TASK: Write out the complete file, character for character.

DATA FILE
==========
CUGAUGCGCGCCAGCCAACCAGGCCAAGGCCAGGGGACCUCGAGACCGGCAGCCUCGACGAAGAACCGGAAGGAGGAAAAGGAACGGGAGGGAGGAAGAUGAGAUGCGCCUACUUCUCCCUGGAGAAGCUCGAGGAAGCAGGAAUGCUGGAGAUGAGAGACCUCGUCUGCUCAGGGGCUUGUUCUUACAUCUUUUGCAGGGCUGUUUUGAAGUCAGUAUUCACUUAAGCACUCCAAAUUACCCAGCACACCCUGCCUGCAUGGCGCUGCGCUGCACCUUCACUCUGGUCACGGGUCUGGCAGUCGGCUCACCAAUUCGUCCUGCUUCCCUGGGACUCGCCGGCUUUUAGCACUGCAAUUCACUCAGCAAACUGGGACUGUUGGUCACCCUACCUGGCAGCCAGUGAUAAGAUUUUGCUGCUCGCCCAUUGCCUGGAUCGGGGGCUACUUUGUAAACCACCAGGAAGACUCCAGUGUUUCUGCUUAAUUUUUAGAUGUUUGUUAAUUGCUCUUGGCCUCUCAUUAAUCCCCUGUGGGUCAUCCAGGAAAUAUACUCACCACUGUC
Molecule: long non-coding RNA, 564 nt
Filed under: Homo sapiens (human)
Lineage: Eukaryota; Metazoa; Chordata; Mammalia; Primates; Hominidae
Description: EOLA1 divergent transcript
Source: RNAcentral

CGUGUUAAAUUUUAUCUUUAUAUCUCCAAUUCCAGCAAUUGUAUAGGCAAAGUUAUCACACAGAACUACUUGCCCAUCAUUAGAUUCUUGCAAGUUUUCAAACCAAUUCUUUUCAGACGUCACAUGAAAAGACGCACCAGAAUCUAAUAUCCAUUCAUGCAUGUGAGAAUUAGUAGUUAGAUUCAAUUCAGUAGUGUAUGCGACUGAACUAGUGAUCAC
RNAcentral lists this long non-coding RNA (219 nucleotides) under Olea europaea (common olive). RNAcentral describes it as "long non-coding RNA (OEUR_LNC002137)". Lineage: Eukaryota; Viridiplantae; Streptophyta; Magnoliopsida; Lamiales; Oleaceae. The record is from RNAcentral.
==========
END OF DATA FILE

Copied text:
CUGAUGCGCGCCAGCCAACCAGGCCAAGGCCAGGGGACCUCGAGACCGGCAGCCUCGACGAAGAACCGGAAGGAGGAAAAGGAACGGGAGGGAGGAAGAUGAGAUGCGCCUACUUCUCCCUGGAGAAGCUCGAGGAAGCAGGAAUGCUGGAGAUGAGAGACCUCGUCUGCUCAGGGGCUUGUUCUUACAUCUUUUGCAGGGCUGUUUUGAAGUCAGUAUUCACUUAAGCACUCCAAAUUACCCAGCACACCCUGCCUGCAUGGCGCUGCGCUGCACCUUCACUCUGGUCACGGGUCUGGCAGUCGGCUCACCAAUUCGUCCUGCUUCCCUGGGACUCGCCGGCUUUUAGCACUGCAAUUCACUCAGCAAACUGGGACUGUUGGUCACCCUACCUGGCAGCCAGUGAUAAGAUUUUGCUGCUCGCCCAUUGCCUGGAUCGGGGGCUACUUUGUAAACCACCAGGAAGACUCCAGUGUUUCUGCUUAAUUUUUAGAUGUUUGUUAAUUGCUCUUGGCCUCUCAUUAAUCCCCUGUGGGUCAUCCAGGAAAUAUACUCACCACUGUC
Molecule: long non-coding RNA, 564 nt
Filed under: Homo sapiens (human)
Lineage: Eukaryota; Metazoa; Chordata; Mammalia; Primates; Hominidae
Description: EOLA1 divergent transcript
Source: RNAcentral

CGUGUUAAAUUUUAUCUUUAUAUCUCCAAUUCCAGCAAUUGUAUAGGCAAAGUUAUCACACAGAACUACUUGCCCAUCAUUAGAUUCUUGCAAGUUUUCAAACCAAUUCUUUUCAGACGUCACAUGAAAAGACGCACCAGAAUCUAAUAUCCAUUCAUGCAUGUGAGAAUUAGUAGUUAGAUUCAAUUCAGUAGUGUAUGCGACUGAACUAGUGAUCAC
RNAcentral lists this long non-coding RNA (219 nucleotides) under Olea europaea (common olive). RNAcentral describes it as "long non-coding RNA (OEUR_LNC002137)". Lineage: Eukaryota; Viridiplantae; Streptophyta; Magnoliopsida; Lamiales; Oleaceae. The record is from RNAcentral.